I started working at the library in my first semester at SLU at the iCommons desk on the first floor. This was before the massive remodeling when the technology available to students was more limited. But even before the library got its makeover, we offered a pretty amazing standard of service. You have class in .3 seconds and your printer broke down? We can help you with that. You have no idea how to start the massive essay that’s 20% of your grade? We have a subject librarian for you. While students were the majority of our patrons, we helped many non SLU students and guests as well. A lot of them couldn’t afford a computer of their own, and the other student workers and I learned how to guide people through processes I take for granted as easy and familiar, like setting up an email account. On some days, a recent immigrant might come in and I’d find myself explaining the complicated English on a job application website. I wanted to work at Pius because I had a feeling it would be this way; the library is a place where there are answers waiting, where the world is quiet, and everyone is welcome.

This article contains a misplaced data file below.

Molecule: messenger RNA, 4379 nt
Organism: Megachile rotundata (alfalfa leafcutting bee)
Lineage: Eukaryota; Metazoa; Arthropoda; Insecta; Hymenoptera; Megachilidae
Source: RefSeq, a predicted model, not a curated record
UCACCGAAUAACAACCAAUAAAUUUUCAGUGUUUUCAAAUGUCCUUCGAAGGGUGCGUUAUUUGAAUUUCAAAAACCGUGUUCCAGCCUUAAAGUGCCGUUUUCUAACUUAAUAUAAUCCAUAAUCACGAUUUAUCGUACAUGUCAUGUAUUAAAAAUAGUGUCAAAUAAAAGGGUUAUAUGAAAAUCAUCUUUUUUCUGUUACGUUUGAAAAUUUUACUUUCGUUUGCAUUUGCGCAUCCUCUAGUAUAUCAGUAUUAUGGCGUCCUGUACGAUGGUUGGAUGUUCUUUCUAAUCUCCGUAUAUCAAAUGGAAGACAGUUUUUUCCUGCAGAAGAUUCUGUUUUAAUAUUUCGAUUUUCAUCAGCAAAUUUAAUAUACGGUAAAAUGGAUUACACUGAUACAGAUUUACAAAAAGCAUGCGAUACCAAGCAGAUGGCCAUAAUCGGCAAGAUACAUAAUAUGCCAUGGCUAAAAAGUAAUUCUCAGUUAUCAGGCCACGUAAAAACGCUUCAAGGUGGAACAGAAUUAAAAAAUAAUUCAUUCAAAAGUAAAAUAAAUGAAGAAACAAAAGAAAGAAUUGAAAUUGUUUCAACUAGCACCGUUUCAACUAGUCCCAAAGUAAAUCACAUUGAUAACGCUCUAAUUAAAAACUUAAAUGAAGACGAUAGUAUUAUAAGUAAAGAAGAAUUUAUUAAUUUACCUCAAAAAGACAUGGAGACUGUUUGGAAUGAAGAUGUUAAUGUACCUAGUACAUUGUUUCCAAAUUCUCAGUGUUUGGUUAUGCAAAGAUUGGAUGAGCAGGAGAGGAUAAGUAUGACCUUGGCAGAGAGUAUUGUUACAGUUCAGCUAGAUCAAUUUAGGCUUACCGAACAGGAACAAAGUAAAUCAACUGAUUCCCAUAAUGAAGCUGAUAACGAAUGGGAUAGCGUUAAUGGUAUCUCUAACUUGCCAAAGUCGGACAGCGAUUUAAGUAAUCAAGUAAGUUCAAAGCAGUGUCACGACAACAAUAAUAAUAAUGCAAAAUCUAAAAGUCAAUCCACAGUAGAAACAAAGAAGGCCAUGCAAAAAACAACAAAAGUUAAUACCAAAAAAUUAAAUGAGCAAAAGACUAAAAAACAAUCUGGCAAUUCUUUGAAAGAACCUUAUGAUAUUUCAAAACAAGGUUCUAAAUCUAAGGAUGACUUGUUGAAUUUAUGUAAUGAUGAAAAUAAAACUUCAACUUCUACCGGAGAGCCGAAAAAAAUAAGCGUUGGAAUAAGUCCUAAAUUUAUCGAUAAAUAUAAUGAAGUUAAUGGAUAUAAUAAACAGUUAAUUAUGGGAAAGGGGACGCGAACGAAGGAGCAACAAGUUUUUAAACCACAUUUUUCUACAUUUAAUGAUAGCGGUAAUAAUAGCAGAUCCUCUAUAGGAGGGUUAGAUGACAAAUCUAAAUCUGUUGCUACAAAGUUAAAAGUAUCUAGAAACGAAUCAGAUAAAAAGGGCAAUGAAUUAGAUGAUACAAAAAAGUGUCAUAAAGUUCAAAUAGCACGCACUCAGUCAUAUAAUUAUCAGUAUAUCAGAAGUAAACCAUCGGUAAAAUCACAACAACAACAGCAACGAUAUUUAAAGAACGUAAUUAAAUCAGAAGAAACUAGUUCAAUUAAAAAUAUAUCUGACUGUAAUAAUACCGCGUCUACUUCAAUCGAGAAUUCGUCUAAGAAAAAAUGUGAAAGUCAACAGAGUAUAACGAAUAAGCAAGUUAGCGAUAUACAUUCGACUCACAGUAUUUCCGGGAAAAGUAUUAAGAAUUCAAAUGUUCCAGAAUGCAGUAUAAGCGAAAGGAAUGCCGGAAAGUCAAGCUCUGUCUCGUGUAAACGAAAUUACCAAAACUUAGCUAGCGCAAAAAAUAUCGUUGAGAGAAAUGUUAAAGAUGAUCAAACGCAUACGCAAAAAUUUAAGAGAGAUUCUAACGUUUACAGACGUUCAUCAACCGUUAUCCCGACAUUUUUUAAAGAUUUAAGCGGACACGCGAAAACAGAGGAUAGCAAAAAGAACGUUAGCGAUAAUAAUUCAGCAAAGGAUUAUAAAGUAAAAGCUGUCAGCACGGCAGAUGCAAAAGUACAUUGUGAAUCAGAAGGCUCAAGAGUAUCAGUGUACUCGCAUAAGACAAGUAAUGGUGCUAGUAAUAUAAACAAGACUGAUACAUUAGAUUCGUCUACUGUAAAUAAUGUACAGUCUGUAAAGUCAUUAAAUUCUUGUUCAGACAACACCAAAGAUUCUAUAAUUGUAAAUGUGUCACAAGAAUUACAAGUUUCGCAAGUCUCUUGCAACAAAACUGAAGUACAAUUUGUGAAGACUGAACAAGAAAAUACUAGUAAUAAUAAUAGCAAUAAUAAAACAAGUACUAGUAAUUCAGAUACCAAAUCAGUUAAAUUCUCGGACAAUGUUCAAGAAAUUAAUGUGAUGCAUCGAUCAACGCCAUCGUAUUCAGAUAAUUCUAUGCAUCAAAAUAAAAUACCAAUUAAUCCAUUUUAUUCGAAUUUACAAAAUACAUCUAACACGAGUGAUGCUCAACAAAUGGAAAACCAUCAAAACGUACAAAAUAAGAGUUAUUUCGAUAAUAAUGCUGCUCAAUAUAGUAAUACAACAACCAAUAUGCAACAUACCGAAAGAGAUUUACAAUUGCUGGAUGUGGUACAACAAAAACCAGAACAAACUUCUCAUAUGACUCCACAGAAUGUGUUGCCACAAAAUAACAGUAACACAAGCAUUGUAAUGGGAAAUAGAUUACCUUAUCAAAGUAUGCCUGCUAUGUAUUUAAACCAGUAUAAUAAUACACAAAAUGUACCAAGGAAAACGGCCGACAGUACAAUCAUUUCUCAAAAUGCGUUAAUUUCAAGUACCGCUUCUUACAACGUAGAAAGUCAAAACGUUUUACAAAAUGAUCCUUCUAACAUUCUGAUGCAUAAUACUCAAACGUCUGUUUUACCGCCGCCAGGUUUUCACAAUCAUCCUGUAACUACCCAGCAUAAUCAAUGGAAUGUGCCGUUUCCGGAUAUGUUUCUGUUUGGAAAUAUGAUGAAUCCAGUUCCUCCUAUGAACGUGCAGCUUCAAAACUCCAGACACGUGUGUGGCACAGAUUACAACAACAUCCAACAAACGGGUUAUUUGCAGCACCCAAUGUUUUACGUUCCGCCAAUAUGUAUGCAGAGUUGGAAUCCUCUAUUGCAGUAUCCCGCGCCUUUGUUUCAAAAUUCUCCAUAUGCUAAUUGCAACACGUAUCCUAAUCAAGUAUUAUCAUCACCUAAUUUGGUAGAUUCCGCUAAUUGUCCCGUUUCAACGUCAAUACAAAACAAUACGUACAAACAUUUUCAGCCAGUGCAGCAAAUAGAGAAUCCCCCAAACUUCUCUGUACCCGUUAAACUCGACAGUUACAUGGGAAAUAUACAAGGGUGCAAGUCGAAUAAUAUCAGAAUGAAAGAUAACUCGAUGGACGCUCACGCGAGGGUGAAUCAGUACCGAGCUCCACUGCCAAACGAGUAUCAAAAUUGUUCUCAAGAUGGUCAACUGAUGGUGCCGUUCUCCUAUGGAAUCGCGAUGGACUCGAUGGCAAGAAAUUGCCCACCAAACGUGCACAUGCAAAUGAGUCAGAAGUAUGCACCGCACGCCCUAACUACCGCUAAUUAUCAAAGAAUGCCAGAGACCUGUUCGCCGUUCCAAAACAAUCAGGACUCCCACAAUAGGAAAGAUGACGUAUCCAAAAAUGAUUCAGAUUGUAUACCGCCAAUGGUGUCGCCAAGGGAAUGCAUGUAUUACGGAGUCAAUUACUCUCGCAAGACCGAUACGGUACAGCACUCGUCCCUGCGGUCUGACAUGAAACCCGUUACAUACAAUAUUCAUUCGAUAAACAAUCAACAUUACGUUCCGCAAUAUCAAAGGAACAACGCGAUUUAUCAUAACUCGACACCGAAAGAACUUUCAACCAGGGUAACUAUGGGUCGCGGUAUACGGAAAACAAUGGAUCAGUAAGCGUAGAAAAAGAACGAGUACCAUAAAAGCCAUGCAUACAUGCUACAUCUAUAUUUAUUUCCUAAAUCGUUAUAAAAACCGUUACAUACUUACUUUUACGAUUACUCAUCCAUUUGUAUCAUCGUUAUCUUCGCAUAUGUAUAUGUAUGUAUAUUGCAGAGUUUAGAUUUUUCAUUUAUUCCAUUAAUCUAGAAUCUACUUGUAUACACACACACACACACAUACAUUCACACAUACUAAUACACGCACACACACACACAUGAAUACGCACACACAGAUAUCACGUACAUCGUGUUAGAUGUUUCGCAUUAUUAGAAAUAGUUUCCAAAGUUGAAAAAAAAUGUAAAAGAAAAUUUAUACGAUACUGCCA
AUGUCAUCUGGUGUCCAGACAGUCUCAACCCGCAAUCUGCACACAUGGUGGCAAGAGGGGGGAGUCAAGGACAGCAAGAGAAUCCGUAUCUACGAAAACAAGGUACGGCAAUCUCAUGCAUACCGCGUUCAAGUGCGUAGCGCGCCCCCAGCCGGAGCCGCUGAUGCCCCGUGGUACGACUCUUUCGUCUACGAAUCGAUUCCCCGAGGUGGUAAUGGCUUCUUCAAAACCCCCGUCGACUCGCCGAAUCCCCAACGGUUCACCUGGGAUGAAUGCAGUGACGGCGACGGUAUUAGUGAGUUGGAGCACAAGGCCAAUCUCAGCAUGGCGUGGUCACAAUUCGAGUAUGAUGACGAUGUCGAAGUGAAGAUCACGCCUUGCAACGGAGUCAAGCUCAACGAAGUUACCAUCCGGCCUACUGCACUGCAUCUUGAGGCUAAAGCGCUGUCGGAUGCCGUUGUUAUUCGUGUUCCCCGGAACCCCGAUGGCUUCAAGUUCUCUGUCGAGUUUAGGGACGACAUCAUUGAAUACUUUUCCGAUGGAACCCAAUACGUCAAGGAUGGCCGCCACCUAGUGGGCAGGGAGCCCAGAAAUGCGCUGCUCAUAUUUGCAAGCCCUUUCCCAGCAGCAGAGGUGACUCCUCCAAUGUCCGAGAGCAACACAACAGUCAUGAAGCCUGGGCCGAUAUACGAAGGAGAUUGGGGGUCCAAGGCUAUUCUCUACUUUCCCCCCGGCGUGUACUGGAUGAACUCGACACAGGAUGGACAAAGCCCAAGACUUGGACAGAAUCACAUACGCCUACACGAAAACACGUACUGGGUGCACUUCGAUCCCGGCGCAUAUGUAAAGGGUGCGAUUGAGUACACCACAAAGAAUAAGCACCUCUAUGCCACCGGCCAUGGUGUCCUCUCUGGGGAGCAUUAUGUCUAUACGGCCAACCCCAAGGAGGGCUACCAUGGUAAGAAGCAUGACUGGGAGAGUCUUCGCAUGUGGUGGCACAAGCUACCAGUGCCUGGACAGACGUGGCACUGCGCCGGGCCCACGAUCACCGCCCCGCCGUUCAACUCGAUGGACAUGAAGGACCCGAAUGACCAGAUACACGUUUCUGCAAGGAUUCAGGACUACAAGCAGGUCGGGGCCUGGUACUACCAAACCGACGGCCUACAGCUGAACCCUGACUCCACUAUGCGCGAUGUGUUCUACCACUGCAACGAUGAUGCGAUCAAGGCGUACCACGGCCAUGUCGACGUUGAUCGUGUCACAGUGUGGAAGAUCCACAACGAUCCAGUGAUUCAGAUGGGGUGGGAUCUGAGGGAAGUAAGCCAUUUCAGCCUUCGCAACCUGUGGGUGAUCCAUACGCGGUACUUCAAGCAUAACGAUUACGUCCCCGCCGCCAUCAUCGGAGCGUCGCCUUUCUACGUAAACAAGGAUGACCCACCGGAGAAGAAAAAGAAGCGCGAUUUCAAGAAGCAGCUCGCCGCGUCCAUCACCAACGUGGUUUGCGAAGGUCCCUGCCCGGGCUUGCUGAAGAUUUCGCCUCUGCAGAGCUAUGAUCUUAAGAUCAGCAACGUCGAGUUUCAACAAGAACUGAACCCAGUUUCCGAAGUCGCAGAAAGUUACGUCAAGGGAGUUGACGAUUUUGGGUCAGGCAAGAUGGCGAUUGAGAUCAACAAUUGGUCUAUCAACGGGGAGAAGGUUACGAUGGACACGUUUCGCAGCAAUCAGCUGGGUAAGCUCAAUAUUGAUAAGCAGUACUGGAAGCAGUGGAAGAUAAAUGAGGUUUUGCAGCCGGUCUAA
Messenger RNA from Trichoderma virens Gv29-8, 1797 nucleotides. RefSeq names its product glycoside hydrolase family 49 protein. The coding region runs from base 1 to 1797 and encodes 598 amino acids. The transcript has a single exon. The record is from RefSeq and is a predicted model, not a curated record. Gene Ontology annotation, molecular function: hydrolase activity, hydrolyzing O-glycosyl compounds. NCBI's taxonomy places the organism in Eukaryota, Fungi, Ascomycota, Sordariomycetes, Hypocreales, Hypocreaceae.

Now, of course, we’ve updated. New technology brings with it new opportunities to support students academically. You need a 3D model of a human heart for anatomy class? We can make that happen. Your student email decided you’re not allowed to see your own emails? The IT department can help.
I think people might be a little intimidated by the glass walls and the Apple products, but even for all our new technology, the library is still a very human space. If a student is unsure about something, say printing a giant poster for a club event, there are such kind people at the IMC who are happy to walk you through the steps. Even with our new, “Genius Bar” look, I still get our regular non-SLU guests coming in for the old fashioned desktops. If anything, the new technology only means that we’re better equipped to help our patrons with complicated and more common requests. No printing crisis seems daunting anymore, not when there’s an actual talking robot in the studio.